There are different opinions, among Palestinians as well as others, as to what has been the nature of the intifada–now just over five years old–and as to its duration and objectives.
This second intifada took its name from the famous non-violent popular Palestinian uprising against the Israeli occupation that started at the end of 1987. That uprising was characterized by civil disobedience and “disengagement” from the occupation by avoiding paying taxes, registering cars and applying for permits, as well as general strikes and the massive popular and peaceful demonstrations that attracted the attention and admiration of the outside world.
When the current intifada started, Palestinians had in mind a repetition of the first, i.e., a popular, non-violent means of protesting the occupation. Two factors contributed to changing it, in time, into an armed confrontation. The first and most important was the excessively violent Israeli response. The iconic incident was the killing of the boy Muhammad Al Dura as he was cowering behind his father, but notable examples include the killing of 13 Palestinian citizens of Israel, and the tens of Palestinian civilians killed in and around the Aqsa Mosque. In the first ten days of this intifada, an average of ten Palestinian civilians were killed daily, with no casualties on the other side.
Several theories have been expounded to explain this excessive reaction by Israel to what were, initially, unarmed Palestinian demonstrations. Some Israeli analysts have suggested that Barak did not want to allow a repeat of the first intifada, which cost Israel dearly, both politically and ethically. Others suggest that Barak was trying to avoid a repeat of the so-called tunnel confrontations of September 1996 when clashes between the two sides following the opening by Israel of a tunnel alongside the Aqsa Mosque ended up costing 20 Israeli and 80 Palestinian lives.
A third line of thought, current in the Israeli media and some official Israeli circles, holds that in some of the areas that witnessed the largest demonstrations, East Jerusalem and the Galilee, the Israeli police were simply not equipped with anti-riot equipment and ended up using live ammunition, thus causing the many fatalities.
The second reason why popular non-violent protests were abandoned was the existence of weapons on the Palestinian side as a result of the existence of the Palestinian Authority and its security forces. The combination of the continued and unforgiving Israeli killings of civilians and the existence of arms on the Palestinian side, led, roughly after the first half of the first year of the intifada, to it becoming a semi-militarized struggle against the Israeli occupation.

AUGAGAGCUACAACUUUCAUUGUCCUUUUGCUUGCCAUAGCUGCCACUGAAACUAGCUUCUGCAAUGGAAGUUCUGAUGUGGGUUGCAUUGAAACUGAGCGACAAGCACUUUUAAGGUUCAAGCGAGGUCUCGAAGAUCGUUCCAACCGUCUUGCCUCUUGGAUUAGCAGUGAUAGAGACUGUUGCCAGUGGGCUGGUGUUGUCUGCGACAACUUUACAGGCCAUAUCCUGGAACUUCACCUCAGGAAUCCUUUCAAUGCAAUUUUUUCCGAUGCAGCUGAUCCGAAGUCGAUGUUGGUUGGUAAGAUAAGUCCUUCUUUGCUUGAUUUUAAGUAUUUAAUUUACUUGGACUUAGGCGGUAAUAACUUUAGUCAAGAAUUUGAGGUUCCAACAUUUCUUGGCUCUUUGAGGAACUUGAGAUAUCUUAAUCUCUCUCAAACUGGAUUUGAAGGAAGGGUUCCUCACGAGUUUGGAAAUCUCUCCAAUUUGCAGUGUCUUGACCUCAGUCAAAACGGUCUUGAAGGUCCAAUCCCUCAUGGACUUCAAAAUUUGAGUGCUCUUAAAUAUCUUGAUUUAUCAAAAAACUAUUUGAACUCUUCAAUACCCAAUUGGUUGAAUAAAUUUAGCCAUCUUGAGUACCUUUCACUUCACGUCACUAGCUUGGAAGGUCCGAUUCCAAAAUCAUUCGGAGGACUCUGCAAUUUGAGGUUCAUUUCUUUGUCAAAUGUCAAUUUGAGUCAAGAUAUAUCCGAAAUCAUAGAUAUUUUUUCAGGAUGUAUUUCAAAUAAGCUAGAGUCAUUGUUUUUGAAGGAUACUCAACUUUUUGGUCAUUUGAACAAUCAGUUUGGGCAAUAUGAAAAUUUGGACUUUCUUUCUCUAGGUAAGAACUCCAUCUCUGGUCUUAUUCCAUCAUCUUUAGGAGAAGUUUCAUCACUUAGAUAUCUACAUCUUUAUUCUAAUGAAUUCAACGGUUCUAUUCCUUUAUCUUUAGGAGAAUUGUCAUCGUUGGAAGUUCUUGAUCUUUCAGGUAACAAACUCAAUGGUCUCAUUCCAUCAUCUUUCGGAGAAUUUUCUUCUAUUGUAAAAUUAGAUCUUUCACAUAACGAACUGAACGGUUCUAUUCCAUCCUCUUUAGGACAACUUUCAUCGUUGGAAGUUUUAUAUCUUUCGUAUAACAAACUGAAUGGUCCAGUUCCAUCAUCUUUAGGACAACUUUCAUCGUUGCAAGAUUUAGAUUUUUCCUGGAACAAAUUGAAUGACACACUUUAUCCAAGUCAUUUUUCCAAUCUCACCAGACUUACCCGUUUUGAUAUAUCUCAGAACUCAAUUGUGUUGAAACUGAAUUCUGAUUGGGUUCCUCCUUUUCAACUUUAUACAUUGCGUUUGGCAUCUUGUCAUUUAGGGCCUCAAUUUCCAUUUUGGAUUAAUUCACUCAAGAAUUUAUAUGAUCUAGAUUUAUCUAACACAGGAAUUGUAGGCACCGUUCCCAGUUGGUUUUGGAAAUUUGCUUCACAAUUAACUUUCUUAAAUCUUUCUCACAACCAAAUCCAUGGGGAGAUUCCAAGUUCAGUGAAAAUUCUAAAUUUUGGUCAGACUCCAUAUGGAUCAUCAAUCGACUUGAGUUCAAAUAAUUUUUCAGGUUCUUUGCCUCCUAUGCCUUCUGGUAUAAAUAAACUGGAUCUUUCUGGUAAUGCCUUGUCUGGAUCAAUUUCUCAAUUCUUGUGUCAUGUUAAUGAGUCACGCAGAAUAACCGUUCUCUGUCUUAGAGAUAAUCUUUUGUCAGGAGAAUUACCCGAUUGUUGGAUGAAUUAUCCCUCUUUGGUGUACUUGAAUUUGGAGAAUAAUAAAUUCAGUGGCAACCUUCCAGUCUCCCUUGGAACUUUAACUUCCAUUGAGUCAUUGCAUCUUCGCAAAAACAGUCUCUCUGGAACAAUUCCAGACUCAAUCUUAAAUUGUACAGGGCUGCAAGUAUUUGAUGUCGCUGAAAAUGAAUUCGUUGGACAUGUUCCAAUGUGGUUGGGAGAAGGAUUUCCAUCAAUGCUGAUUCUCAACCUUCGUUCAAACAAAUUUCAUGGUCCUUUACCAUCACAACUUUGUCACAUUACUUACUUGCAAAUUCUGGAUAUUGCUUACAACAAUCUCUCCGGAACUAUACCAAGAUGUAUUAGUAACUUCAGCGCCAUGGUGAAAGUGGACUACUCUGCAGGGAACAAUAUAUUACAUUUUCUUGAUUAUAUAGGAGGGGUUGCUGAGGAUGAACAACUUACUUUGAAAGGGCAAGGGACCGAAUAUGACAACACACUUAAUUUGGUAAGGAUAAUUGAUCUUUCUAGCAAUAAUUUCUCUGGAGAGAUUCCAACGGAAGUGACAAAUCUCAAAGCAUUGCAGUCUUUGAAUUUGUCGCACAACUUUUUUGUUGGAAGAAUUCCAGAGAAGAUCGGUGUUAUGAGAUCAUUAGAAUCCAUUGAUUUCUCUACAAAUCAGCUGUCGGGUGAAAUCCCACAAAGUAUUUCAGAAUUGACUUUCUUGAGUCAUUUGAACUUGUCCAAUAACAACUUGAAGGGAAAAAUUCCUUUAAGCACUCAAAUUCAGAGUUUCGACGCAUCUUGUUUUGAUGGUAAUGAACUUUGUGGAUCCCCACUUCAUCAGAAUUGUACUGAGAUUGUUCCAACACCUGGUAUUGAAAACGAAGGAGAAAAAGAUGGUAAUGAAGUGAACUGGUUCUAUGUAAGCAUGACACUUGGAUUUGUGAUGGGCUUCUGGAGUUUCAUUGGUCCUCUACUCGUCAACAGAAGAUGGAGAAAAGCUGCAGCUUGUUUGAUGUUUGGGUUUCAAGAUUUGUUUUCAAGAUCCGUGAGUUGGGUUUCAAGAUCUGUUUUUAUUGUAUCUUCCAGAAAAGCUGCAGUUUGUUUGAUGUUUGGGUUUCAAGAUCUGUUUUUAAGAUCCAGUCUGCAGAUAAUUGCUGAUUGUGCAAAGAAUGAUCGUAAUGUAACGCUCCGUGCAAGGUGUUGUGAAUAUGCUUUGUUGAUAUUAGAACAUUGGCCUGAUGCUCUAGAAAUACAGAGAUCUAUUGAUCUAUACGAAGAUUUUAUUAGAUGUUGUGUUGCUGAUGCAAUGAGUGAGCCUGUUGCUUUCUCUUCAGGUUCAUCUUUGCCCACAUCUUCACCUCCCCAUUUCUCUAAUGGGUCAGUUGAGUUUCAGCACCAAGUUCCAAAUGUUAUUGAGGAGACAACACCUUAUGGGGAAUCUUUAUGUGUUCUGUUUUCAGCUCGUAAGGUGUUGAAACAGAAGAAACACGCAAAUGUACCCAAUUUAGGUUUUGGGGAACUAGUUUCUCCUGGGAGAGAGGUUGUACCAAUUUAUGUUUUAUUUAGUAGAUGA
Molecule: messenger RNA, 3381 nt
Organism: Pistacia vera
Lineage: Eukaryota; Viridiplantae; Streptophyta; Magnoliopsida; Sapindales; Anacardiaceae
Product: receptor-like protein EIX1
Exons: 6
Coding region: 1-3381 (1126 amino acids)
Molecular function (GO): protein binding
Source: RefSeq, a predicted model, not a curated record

Added to the violent confrontations were a wide range of Israeli measures of collective punishment that included stopping Palestinian workers from reaching their work places in Israel and restricting movement inside the Palestinian territories. This led to a halving of the value of the Palestinian economy and national income, and an increase in unemployment by half of the labor force and in poverty by half of the population.
Thus were created the internal dynamics whereby the violent confrontations and collective punishments reinforced each other and the Palestinian side was caught in a vicious cycle of violence.
In addition, two later factors led to the deterioration of the image of the Palestinian struggle against occupation. The first was the tendency, within first Hamas and later other factions, to also target Israeli civilians inside Israel. The other was September 11, which Israel exploited successfully to frame the armed Palestinian uprising in the context of the international war on terror, thus impacting the Palestinian side in a negative way.
If we interpret the initifada as ongoing violent confrontations between Israelis and Palestinians, then it would seem to have gradually ground to a halt. But if we mean an insistence and willingness on behalf of Palestinians to reject the occupation, struggle against it and for their liberation and independence according to the borders of 1967, then the intifada is a way of life for the Palestinian people.
There are many lessons to be learned from this intifada. No matter who achieves what in which round of confrontations, the conflict and the struggle will continue for as long as the occupation exists. There is only one way to bring peace, security and economic prosperity. That is to allow Palestinians to live normal lives in an independent state in the Gaza Strip and the West Bank with its capital in East Jerusalem.